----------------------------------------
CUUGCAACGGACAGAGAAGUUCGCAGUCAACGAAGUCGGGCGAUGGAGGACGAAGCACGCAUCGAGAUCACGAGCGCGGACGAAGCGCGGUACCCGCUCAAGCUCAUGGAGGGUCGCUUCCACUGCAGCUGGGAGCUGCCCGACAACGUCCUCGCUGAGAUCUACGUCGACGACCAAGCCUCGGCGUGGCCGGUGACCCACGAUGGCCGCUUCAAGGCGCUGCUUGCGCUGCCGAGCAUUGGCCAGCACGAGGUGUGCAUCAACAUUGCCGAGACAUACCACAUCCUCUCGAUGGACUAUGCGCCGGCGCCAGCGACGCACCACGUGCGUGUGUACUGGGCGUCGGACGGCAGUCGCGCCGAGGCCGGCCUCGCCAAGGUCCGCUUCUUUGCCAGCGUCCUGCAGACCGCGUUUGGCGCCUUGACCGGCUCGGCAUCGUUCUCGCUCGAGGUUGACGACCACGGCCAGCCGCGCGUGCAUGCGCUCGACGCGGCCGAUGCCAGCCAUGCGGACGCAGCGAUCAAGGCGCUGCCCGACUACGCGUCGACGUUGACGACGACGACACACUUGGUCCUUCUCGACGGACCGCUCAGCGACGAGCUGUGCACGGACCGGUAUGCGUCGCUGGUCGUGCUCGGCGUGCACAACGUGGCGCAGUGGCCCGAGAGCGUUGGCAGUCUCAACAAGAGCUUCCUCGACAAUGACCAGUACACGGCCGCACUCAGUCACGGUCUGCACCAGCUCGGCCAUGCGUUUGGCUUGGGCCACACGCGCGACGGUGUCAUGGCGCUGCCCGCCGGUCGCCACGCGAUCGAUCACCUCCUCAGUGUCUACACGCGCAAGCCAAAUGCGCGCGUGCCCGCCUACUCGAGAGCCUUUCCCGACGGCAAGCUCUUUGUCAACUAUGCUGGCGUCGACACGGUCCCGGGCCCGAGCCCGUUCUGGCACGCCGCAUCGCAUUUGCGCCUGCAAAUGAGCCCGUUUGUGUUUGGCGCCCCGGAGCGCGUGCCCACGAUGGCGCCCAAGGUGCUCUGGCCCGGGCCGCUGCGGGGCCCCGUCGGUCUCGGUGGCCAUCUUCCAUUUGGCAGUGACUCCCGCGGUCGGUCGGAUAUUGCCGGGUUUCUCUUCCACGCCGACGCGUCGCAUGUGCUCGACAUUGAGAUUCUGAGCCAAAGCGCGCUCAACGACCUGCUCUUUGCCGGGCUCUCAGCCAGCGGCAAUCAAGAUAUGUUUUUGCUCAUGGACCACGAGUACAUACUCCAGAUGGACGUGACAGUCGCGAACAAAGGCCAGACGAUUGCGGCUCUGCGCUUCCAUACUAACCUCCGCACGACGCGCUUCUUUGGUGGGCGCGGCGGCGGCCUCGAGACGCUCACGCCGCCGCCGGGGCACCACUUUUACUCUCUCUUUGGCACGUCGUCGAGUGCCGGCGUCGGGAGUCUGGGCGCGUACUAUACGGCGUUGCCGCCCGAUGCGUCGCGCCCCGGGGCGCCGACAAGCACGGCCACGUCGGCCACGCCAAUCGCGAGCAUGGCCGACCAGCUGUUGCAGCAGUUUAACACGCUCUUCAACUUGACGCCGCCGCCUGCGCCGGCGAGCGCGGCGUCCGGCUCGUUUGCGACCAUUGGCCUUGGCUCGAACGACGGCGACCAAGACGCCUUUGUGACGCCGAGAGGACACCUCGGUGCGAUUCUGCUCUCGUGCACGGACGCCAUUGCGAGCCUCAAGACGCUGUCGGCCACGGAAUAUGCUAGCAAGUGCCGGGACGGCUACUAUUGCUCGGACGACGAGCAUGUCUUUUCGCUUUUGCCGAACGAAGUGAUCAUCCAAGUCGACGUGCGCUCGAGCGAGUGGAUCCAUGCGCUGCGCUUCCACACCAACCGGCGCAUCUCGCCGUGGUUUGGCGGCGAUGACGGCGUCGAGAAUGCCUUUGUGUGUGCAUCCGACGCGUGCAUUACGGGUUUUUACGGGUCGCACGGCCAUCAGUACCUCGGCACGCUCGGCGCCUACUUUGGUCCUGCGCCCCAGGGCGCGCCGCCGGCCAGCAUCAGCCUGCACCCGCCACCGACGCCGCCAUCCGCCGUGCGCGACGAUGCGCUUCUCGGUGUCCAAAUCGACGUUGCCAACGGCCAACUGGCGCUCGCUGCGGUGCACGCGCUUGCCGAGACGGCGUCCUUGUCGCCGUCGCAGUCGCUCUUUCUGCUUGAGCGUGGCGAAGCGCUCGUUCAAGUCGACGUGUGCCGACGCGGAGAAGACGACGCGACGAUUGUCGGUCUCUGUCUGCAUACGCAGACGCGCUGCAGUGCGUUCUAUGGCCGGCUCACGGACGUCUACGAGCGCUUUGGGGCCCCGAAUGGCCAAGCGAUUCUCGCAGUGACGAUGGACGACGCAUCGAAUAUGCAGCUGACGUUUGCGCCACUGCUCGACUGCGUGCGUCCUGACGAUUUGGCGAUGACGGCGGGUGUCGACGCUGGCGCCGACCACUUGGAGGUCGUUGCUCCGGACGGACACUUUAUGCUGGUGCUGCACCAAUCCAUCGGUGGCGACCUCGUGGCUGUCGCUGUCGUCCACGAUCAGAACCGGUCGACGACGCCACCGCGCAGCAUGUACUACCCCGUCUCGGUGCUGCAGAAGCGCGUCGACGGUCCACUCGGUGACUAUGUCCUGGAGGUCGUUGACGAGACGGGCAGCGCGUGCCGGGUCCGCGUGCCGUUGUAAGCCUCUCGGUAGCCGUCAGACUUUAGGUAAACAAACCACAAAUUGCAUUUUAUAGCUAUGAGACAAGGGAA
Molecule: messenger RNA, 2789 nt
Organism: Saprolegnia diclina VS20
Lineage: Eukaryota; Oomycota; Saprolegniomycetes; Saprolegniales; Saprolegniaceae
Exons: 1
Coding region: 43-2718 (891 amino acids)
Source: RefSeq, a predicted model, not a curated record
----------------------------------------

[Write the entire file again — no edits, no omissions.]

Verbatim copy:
CUUGCAACGGACAGAGAAGUUCGCAGUCAACGAAGUCGGGCGAUGGAGGACGAAGCACGCAUCGAGAUCACGAGCGCGGACGAAGCGCGGUACCCGCUCAAGCUCAUGGAGGGUCGCUUCCACUGCAGCUGGGAGCUGCCCGACAACGUCCUCGCUGAGAUCUACGUCGACGACCAAGCCUCGGCGUGGCCGGUGACCCACGAUGGCCGCUUCAAGGCGCUGCUUGCGCUGCCGAGCAUUGGCCAGCACGAGGUGUGCAUCAACAUUGCCGAGACAUACCACAUCCUCUCGAUGGACUAUGCGCCGGCGCCAGCGACGCACCACGUGCGUGUGUACUGGGCGUCGGACGGCAGUCGCGCCGAGGCCGGCCUCGCCAAGGUCCGCUUCUUUGCCAGCGUCCUGCAGACCGCGUUUGGCGCCUUGACCGGCUCGGCAUCGUUCUCGCUCGAGGUUGACGACCACGGCCAGCCGCGCGUGCAUGCGCUCGACGCGGCCGAUGCCAGCCAUGCGGACGCAGCGAUCAAGGCGCUGCCCGACUACGCGUCGACGUUGACGACGACGACACACUUGGUCCUUCUCGACGGACCGCUCAGCGACGAGCUGUGCACGGACCGGUAUGCGUCGCUGGUCGUGCUCGGCGUGCACAACGUGGCGCAGUGGCCCGAGAGCGUUGGCAGUCUCAACAAGAGCUUCCUCGACAAUGACCAGUACACGGCCGCACUCAGUCACGGUCUGCACCAGCUCGGCCAUGCGUUUGGCUUGGGCCACACGCGCGACGGUGUCAUGGCGCUGCCCGCCGGUCGCCACGCGAUCGAUCACCUCCUCAGUGUCUACACGCGCAAGCCAAAUGCGCGCGUGCCCGCCUACUCGAGAGCCUUUCCCGACGGCAAGCUCUUUGUCAACUAUGCUGGCGUCGACACGGUCCCGGGCCCGAGCCCGUUCUGGCACGCCGCAUCGCAUUUGCGCCUGCAAAUGAGCCCGUUUGUGUUUGGCGCCCCGGAGCGCGUGCCCACGAUGGCGCCCAAGGUGCUCUGGCCCGGGCCGCUGCGGGGCCCCGUCGGUCUCGGUGGCCAUCUUCCAUUUGGCAGUGACUCCCGCGGUCGGUCGGAUAUUGCCGGGUUUCUCUUCCACGCCGACGCGUCGCAUGUGCUCGACAUUGAGAUUCUGAGCCAAAGCGCGCUCAACGACCUGCUCUUUGCCGGGCUCUCAGCCAGCGGCAAUCAAGAUAUGUUUUUGCUCAUGGACCACGAGUACAUACUCCAGAUGGACGUGACAGUCGCGAACAAAGGCCAGACGAUUGCGGCUCUGCGCUUCCAUACUAACCUCCGCACGACGCGCUUCUUUGGUGGGCGCGGCGGCGGCCUCGAGACGCUCACGCCGCCGCCGGGGCACCACUUUUACUCUCUCUUUGGCACGUCGUCGAGUGCCGGCGUCGGGAGUCUGGGCGCGUACUAUACGGCGUUGCCGCCCGAUGCGUCGCGCCCCGGGGCGCCGACAAGCACGGCCACGUCGGCCACGCCAAUCGCGAGCAUGGCCGACCAGCUGUUGCAGCAGUUUAACACGCUCUUCAACUUGACGCCGCCGCCUGCGCCGGCGAGCGCGGCGUCCGGCUCGUUUGCGACCAUUGGCCUUGGCUCGAACGACGGCGACCAAGACGCCUUUGUGACGCCGAGAGGACACCUCGGUGCGAUUCUGCUCUCGUGCACGGACGCCAUUGCGAGCCUCAAGACGCUGUCGGCCACGGAAUAUGCUAGCAAGUGCCGGGACGGCUACUAUUGCUCGGACGACGAGCAUGUCUUUUCGCUUUUGCCGAACGAAGUGAUCAUCCAAGUCGACGUGCGCUCGAGCGAGUGGAUCCAUGCGCUGCGCUUCCACACCAACCGGCGCAUCUCGCCGUGGUUUGGCGGCGAUGACGGCGUCGAGAAUGCCUUUGUGUGUGCAUCCGACGCGUGCAUUACGGGUUUUUACGGGUCGCACGGCCAUCAGUACCUCGGCACGCUCGGCGCCUACUUUGGUCCUGCGCCCCAGGGCGCGCCGCCGGCCAGCAUCAGCCUGCACCCGCCACCGACGCCGCCAUCCGCCGUGCGCGACGAUGCGCUUCUCGGUGUCCAAAUCGACGUUGCCAACGGCCAACUGGCGCUCGCUGCGGUGCACGCGCUUGCCGAGACGGCGUCCUUGUCGCCGUCGCAGUCGCUCUUUCUGCUUGAGCGUGGCGAAGCGCUCGUUCAAGUCGACGUGUGCCGACGCGGAGAAGACGACGCGACGAUUGUCGGUCUCUGUCUGCAUACGCAGACGCGCUGCAGUGCGUUCUAUGGCCGGCUCACGGACGUCUACGAGCGCUUUGGGGCCCCGAAUGGCCAAGCGAUUCUCGCAGUGACGAUGGACGACGCAUCGAAUAUGCAGCUGACGUUUGCGCCACUGCUCGACUGCGUGCGUCCUGACGAUUUGGCGAUGACGGCGGGUGUCGACGCUGGCGCCGACCACUUGGAGGUCGUUGCUCCGGACGGACACUUUAUGCUGGUGCUGCACCAAUCCAUCGGUGGCGACCUCGUGGCUGUCGCUGUCGUCCACGAUCAGAACCGGUCGACGACGCCACCGCGCAGCAUGUACUACCCCGUCUCGGUGCUGCAGAAGCGCGUCGACGGUCCACUCGGUGACUAUGUCCUGGAGGUCGUUGACGAGACGGGCAGCGCGUGCCGGGUCCGCGUGCCGUUGUAAGCCUCUCGGUAGCCGUCAGACUUUAGGUAAACAAACCACAAAUUGCAUUUUAUAGCUAUGAGACAAGGGAA
Molecule: messenger RNA, 2789 nt
Organism: Saprolegnia diclina VS20
Lineage: Eukaryota; Oomycota; Saprolegniomycetes; Saprolegniales; Saprolegniaceae
Exons: 1
Coding region: 43-2718 (891 amino acids)
Source: RefSeq, a predicted model, not a curated record